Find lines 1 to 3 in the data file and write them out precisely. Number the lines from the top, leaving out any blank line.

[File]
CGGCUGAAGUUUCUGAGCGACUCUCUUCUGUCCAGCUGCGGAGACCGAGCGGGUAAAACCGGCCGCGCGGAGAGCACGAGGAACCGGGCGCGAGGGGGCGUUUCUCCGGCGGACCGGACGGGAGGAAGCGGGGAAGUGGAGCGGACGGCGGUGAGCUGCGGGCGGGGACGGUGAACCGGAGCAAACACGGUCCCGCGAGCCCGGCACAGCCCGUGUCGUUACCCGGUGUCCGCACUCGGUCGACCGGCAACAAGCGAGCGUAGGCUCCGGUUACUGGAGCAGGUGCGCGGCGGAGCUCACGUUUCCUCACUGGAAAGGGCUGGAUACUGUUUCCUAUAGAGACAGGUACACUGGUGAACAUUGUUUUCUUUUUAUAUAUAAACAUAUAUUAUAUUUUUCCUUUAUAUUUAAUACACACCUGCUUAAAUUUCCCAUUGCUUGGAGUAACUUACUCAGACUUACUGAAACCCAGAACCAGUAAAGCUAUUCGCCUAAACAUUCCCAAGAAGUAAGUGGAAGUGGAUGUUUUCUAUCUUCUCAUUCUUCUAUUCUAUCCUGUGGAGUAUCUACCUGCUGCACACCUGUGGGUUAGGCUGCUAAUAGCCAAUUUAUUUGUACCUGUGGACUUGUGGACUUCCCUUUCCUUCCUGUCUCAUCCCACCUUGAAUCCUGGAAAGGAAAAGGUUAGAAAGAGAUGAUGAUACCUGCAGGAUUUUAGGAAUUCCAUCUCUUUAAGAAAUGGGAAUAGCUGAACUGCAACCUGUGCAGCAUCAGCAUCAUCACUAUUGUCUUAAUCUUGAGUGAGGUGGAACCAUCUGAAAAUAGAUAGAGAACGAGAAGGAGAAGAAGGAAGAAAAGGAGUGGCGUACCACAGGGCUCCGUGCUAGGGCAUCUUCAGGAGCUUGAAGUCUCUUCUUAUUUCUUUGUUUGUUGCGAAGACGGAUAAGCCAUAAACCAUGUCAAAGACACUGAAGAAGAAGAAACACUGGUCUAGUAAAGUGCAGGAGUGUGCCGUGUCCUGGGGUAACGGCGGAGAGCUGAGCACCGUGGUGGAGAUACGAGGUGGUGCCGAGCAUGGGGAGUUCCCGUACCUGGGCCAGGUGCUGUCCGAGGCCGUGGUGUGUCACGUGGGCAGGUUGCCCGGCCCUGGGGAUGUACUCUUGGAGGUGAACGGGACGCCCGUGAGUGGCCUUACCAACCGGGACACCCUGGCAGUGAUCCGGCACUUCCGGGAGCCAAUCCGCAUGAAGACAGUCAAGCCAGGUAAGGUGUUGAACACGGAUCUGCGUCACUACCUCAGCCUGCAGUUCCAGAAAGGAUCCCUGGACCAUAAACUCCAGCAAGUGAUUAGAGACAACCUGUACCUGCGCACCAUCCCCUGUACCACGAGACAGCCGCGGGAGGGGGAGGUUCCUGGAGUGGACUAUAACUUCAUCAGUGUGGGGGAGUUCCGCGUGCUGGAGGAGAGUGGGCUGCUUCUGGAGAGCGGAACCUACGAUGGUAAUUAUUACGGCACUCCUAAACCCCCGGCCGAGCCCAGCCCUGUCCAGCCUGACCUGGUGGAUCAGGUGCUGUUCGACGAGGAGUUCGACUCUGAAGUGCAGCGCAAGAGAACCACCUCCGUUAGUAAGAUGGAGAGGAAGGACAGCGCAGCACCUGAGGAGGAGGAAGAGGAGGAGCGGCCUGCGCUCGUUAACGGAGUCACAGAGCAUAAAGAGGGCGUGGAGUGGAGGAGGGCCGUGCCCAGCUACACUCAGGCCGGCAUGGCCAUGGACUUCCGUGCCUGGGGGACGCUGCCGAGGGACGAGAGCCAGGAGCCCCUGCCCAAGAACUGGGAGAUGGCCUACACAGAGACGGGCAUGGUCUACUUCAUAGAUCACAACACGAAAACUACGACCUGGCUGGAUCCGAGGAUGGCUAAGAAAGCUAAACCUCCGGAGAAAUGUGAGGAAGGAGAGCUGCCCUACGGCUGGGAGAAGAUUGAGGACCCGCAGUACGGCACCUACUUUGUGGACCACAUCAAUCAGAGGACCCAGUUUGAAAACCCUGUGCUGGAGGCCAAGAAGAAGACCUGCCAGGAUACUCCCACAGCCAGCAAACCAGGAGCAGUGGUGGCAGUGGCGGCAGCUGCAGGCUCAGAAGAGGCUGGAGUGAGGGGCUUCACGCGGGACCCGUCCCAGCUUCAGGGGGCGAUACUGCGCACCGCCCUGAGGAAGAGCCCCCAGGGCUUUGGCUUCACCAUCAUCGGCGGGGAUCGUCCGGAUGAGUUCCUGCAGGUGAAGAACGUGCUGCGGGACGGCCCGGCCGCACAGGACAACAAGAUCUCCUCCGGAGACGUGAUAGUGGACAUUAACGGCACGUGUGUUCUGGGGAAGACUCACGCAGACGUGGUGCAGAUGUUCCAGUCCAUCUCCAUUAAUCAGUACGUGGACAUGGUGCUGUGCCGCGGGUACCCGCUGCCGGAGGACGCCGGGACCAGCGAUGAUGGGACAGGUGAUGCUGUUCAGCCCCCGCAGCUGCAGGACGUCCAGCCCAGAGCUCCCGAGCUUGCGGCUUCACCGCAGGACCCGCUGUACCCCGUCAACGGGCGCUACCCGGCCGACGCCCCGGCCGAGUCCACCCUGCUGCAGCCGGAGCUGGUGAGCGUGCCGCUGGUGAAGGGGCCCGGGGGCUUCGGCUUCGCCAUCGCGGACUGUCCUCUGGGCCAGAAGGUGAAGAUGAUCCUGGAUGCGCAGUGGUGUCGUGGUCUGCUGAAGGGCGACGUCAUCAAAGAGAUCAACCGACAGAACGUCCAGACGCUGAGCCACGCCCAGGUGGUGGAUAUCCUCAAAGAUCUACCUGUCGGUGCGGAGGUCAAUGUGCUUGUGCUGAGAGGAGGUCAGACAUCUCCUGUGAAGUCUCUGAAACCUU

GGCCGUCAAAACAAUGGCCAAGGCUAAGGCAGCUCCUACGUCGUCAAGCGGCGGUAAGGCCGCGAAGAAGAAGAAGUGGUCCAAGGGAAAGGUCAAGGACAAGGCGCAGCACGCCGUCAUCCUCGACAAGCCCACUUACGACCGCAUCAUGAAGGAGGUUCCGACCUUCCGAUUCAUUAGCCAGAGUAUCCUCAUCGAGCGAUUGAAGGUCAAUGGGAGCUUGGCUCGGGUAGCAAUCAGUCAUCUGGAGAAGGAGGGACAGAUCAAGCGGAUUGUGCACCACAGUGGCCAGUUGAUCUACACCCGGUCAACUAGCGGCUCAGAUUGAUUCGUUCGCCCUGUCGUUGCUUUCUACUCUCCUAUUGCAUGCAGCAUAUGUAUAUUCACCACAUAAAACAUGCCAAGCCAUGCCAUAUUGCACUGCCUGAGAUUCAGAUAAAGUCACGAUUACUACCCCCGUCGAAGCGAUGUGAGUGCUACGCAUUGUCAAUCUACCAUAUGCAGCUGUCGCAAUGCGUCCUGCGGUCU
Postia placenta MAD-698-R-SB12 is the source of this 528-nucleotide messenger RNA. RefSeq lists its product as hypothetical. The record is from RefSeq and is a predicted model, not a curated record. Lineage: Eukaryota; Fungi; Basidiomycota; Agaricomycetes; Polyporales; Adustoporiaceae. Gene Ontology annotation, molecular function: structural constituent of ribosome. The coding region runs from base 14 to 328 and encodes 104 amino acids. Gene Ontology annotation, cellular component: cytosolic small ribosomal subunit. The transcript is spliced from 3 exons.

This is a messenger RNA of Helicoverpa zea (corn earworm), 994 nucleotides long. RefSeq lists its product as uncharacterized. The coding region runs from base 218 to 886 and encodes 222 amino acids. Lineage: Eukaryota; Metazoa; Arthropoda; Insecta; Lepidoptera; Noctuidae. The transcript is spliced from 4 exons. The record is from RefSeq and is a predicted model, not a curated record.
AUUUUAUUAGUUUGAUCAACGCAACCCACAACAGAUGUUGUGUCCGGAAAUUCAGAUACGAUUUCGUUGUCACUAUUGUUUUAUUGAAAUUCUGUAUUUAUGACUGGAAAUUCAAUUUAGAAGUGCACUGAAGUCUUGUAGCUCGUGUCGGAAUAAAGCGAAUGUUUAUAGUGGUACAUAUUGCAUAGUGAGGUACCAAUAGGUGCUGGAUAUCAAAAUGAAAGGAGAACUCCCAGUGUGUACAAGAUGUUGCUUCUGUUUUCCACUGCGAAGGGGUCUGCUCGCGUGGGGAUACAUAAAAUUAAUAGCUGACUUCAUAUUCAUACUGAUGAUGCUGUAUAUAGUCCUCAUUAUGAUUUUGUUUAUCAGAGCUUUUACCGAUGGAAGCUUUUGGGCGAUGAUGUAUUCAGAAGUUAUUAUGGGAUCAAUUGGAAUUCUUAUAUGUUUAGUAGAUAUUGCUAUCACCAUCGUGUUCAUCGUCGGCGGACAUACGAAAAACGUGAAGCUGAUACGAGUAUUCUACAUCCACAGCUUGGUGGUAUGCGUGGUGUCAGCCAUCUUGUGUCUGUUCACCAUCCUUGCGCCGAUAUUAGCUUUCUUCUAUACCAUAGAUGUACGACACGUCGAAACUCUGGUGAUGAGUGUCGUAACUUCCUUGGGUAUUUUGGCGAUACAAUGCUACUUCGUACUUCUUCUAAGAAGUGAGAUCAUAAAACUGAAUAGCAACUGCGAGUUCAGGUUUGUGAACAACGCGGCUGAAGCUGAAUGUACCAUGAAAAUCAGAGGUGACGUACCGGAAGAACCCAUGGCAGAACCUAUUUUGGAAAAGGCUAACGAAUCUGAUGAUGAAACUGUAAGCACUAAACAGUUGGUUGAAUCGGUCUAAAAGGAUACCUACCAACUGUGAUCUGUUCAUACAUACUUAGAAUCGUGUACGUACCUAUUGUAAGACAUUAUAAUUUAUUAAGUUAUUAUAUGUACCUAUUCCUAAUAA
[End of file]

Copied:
CGGCUGAAGUUUCUGAGCGACUCUCUUCUGUCCAGCUGCGGAGACCGAGCGGGUAAAACCGGCCGCGCGGAGAGCACGAGGAACCGGGCGCGAGGGGGCGUUUCUCCGGCGGACCGGACGGGAGGAAGCGGGGAAGUGGAGCGGACGGCGGUGAGCUGCGGGCGGGGACGGUGAACCGGAGCAAACACGGUCCCGCGAGCCCGGCACAGCCCGUGUCGUUACCCGGUGUCCGCACUCGGUCGACCGGCAACAAGCGAGCGUAGGCUCCGGUUACUGGAGCAGGUGCGCGGCGGAGCUCACGUUUCCUCACUGGAAAGGGCUGGAUACUGUUUCCUAUAGAGACAGGUACACUGGUGAACAUUGUUUUCUUUUUAUAUAUAAACAUAUAUUAUAUUUUUCCUUUAUAUUUAAUACACACCUGCUUAAAUUUCCCAUUGCUUGGAGUAACUUACUCAGACUUACUGAAACCCAGAACCAGUAAAGCUAUUCGCCUAAACAUUCCCAAGAAGUAAGUGGAAGUGGAUGUUUUCUAUCUUCUCAUUCUUCUAUUCUAUCCUGUGGAGUAUCUACCUGCUGCACACCUGUGGGUUAGGCUGCUAAUAGCCAAUUUAUUUGUACCUGUGGACUUGUGGACUUCCCUUUCCUUCCUGUCUCAUCCCACCUUGAAUCCUGGAAAGGAAAAGGUUAGAAAGAGAUGAUGAUACCUGCAGGAUUUUAGGAAUUCCAUCUCUUUAAGAAAUGGGAAUAGCUGAACUGCAACCUGUGCAGCAUCAGCAUCAUCACUAUUGUCUUAAUCUUGAGUGAGGUGGAACCAUCUGAAAAUAGAUAGAGAACGAGAAGGAGAAGAAGGAAGAAAAGGAGUGGCGUACCACAGGGCUCCGUGCUAGGGCAUCUUCAGGAGCUUGAAGUCUCUUCUUAUUUCUUUGUUUGUUGCGAAGACGGAUAAGCCAUAAACCAUGUCAAAGACACUGAAGAAGAAGAAACACUGGUCUAGUAAAGUGCAGGAGUGUGCCGUGUCCUGGGGUAACGGCGGAGAGCUGAGCACCGUGGUGGAGAUACGAGGUGGUGCCGAGCAUGGGGAGUUCCCGUACCUGGGCCAGGUGCUGUCCGAGGCCGUGGUGUGUCACGUGGGCAGGUUGCCCGGCCCUGGGGAUGUACUCUUGGAGGUGAACGGGACGCCCGUGAGUGGCCUUACCAACCGGGACACCCUGGCAGUGAUCCGGCACUUCCGGGAGCCAAUCCGCAUGAAGACAGUCAAGCCAGGUAAGGUGUUGAACACGGAUCUGCGUCACUACCUCAGCCUGCAGUUCCAGAAAGGAUCCCUGGACCAUAAACUCCAGCAAGUGAUUAGAGACAACCUGUACCUGCGCACCAUCCCCUGUACCACGAGACAGCCGCGGGAGGGGGAGGUUCCUGGAGUGGACUAUAACUUCAUCAGUGUGGGGGAGUUCCGCGUGCUGGAGGAGAGUGGGCUGCUUCUGGAGAGCGGAACCUACGAUGGUAAUUAUUACGGCACUCCUAAACCCCCGGCCGAGCCCAGCCCUGUCCAGCCUGACCUGGUGGAUCAGGUGCUGUUCGACGAGGAGUUCGACUCUGAAGUGCAGCGCAAGAGAACCACCUCCGUUAGUAAGAUGGAGAGGAAGGACAGCGCAGCACCUGAGGAGGAGGAAGAGGAGGAGCGGCCUGCGCUCGUUAACGGAGUCACAGAGCAUAAAGAGGGCGUGGAGUGGAGGAGGGCCGUGCCCAGCUACACUCAGGCCGGCAUGGCCAUGGACUUCCGUGCCUGGGGGACGCUGCCGAGGGACGAGAGCCAGGAGCCCCUGCCCAAGAACUGGGAGAUGGCCUACACAGAGACGGGCAUGGUCUACUUCAUAGAUCACAACACGAAAACUACGACCUGGCUGGAUCCGAGGAUGGCUAAGAAAGCUAAACCUCCGGAGAAAUGUGAGGAAGGAGAGCUGCCCUACGGCUGGGAGAAGAUUGAGGACCCGCAGUACGGCACCUACUUUGUGGACCACAUCAAUCAGAGGACCCAGUUUGAAAACCCUGUGCUGGAGGCCAAGAAGAAGACCUGCCAGGAUACUCCCACAGCCAGCAAACCAGGAGCAGUGGUGGCAGUGGCGGCAGCUGCAGGCUCAGAAGAGGCUGGAGUGAGGGGCUUCACGCGGGACCCGUCCCAGCUUCAGGGGGCGAUACUGCGCACCGCCCUGAGGAAGAGCCCCCAGGGCUUUGGCUUCACCAUCAUCGGCGGGGAUCGUCCGGAUGAGUUCCUGCAGGUGAAGAACGUGCUGCGGGACGGCCCGGCCGCACAGGACAACAAGAUCUCCUCCGGAGACGUGAUAGUGGACAUUAACGGCACGUGUGUUCUGGGGAAGACUCACGCAGACGUGGUGCAGAUGUUCCAGUCCAUCUCCAUUAAUCAGUACGUGGACAUGGUGCUGUGCCGCGGGUACCCGCUGCCGGAGGACGCCGGGACCAGCGAUGAUGGGACAGGUGAUGCUGUUCAGCCCCCGCAGCUGCAGGACGUCCAGCCCAGAGCUCCCGAGCUUGCGGCUUCACCGCAGGACCCGCUGUACCCCGUCAACGGGCGCUACCCGGCCGACGCCCCGGCCGAGUCCACCCUGCUGCAGCCGGAGCUGGUGAGCGUGCCGCUGGUGAAGGGGCCCGGGGGCUUCGGCUUCGCCAUCGCGGACUGUCCUCUGGGCCAGAAGGUGAAGAUGAUCCUGGAUGCGCAGUGGUGUCGUGGUCUGCUGAAGGGCGACGUCAUCAAAGAGAUCAACCGACAGAACGUCCAGACGCUGAGCCACGCCCAGGUGGUGGAUAUCCUCAAAGAUCUACCUGUCGGUGCGGAGGUCAAUGUGCUUGUGCUGAGAGGAGGUCAGACAUCUCCUGUGAAGUCUCUGAAACCUU

GGCCGUCAAAACAAUGGCCAAGGCUAAGGCAGCUCCUACGUCGUCAAGCGGCGGUAAGGCCGCGAAGAAGAAGAAGUGGUCCAAGGGAAAGGUCAAGGACAAGGCGCAGCACGCCGUCAUCCUCGACAAGCCCACUUACGACCGCAUCAUGAAGGAGGUUCCGACCUUCCGAUUCAUUAGCCAGAGUAUCCUCAUCGAGCGAUUGAAGGUCAAUGGGAGCUUGGCUCGGGUAGCAAUCAGUCAUCUGGAGAAGGAGGGACAGAUCAAGCGGAUUGUGCACCACAGUGGCCAGUUGAUCUACACCCGGUCAACUAGCGGCUCAGAUUGAUUCGUUCGCCCUGUCGUUGCUUUCUACUCUCCUAUUGCAUGCAGCAUAUGUAUAUUCACCACAUAAAACAUGCCAAGCCAUGCCAUAUUGCACUGCCUGAGAUUCAGAUAAAGUCACGAUUACUACCCCCGUCGAAGCGAUGUGAGUGCUACGCAUUGUCAAUCUACCAUAUGCAGCUGUCGCAAUGCGUCCUGCGGUCU
Postia placenta MAD-698-R-SB12 is the source of this 528-nucleotide messenger RNA. RefSeq lists its product as hypothetical. The record is from RefSeq and is a predicted model, not a curated record. Lineage: Eukaryota; Fungi; Basidiomycota; Agaricomycetes; Polyporales; Adustoporiaceae. Gene Ontology annotation, molecular function: structural constituent of ribosome. The coding region runs from base 14 to 328 and encodes 104 amino acids. Gene Ontology annotation, cellular component: cytosolic small ribosomal subunit. The transcript is spliced from 3 exons.